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International Financial Accounting Standards: Now The Hard Work Begins.

The International Accounting Standards Board (IASB) was formed with the dedicated support of a worldwide constituency -- all of whom have allocated resources, people, time and money -- to work towards producing a single set of universally accepted, high quality accounting standards. Now, with the infrastructure and organizational details complete, the group is getting down to work -- an understandably monumental task.

"The big question is what to start with," says Norman Strauss, Ernst & Young's national director of accounting standards and member of the Standards Advisory Council (SAC), an advisory group to the IASB. "Many international standards have several alternatives that are acceptable. We could, as a 'quick fix,' eliminate some and show some immediate signs of progress. Then we could begin to tackle bigger issues. Setting the agenda is important," says Strauss in an interview.

Would it be leasing, stock options, pooling of interests? Thus, when the IASB met in London in late July -- following extensive consultation with the SAC -- to set agenda items, a major decision was: would it tackle something very controversial at the get-go, or would it start with something safer and easier to accomplish, so that some progress would be quickly visible?

The group has opted for a little of both.

"We're on our way," said IASB Chairman Sir David Tweedie, as he announced the group's initial agenda of nine technical projects: "Four projects provide leadership or convergence; two others are designed to make existing standards easier to apply and three more aim to improve the basic standards we inherited from our predecessor Organization."

Projects intended to provide leadership and promote convergence include: Accounting for Insurance Contracts, Business Combinations, Performance Reporting and Accounting for Share-Based Payments (stock options).

Projects intended to provide for easier application of International Financial Reporting Standards (IFRS) include: Guidance on First-Time Application of IFRS and Activities of Financial Institutions: Disclosure and Presentation.

Projects intended to improve existing IFRS include: Preface to IFRS, Improvements to Existing IFRS and Amendments to IAS 39, Financial Instruments: Recognition and Measurement.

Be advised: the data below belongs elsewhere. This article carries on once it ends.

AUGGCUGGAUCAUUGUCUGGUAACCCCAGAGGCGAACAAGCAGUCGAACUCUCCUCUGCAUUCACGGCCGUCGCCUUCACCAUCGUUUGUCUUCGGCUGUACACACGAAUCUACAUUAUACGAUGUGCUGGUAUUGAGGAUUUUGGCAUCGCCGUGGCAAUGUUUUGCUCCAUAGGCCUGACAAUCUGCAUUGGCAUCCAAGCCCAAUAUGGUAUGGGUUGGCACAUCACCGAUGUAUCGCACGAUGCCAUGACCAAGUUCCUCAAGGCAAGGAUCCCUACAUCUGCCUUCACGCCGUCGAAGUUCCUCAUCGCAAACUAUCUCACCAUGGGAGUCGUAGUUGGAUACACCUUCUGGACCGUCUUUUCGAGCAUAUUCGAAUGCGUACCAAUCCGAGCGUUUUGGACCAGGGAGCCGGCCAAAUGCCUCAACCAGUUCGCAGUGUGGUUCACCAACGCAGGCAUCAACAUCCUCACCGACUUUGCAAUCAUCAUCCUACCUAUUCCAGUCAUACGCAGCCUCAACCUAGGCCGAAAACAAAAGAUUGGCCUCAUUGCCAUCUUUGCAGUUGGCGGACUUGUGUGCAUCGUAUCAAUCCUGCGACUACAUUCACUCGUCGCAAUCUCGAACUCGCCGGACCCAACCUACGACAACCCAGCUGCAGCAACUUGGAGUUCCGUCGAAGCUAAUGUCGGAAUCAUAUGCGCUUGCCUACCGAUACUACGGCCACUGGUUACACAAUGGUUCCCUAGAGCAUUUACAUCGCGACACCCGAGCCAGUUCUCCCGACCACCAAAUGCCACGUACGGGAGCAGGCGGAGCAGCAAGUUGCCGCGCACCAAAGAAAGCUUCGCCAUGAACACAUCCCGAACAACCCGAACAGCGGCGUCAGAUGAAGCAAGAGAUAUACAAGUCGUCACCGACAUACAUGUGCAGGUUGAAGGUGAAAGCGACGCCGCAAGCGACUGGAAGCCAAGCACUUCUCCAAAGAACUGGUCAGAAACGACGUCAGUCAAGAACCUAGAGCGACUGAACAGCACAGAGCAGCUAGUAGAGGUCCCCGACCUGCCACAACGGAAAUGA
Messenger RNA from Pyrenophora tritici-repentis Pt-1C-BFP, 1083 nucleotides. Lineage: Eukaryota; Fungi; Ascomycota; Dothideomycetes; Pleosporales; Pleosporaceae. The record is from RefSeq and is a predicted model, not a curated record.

Also, 16 other issues are being worked on by one or more national standard-setting partners.

Although there's much talk of convergence and the spirit of cooperation, the real key to accomplishing goals will be the results of the inevitable compromising. For example, Strauss says while SEC buy-in is important, one roadblock could involve SEC filings. For a company to raise capital by selling stock (and being listed in the U.S.), the SEC requires reconciliation according to U.S. generally accepted accounting principles, under U.S. rules. If the U.S. votes to accept another international standard, will the SEC drop its position? Strauss says the SEC says they'll do it -- as long as the standards are high-quality, auditors doing a good job, etc.

Another compromise challenge for the U.S. could be the business combinations issue. The FASB just recently changed the rules, and so the standard now represents this country's latest thinking on the subject. Is the U.S. version the "one" to be adopted internationally? No pooling, no amortization? Will the others see it that way?

It's a process, concedes Strauss. "It's evolutionary." He indicates that while most U.S. companies don't follow international standards -- apart from large multinationals -- eventually, smaller companies will want to raise money outside the U.S. Many other countries use the international standards, as their internal rules are not as efficient as the U.S. Longer-term, with more cross-border transactions used to raise money, U.S. companies may see more of the benefits. "I'm optimistic it's the right thing for the capital markets," Strauss says. "Good accounting standards will reduce the cost of capital."

How conciliatory will the U.S. be? Strauss believes that as long as the standards selected are of high quality, and arrived at after due process, deliberations on comment letters, and such, that if a majority votes for a particular standard, that the U.S. should take the high road and go along. A spirit of compromise is needed for the efforts to succeed. "There are no truths," says Strauss, "and it's not an exact science. It's more like a scientific experiment".
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Author:Heffes, Ellen M.
Publication:Financial Executive
Article Type:Brief Article
Geographic Code:1USA
Date:Sep 1, 2001
Words:686
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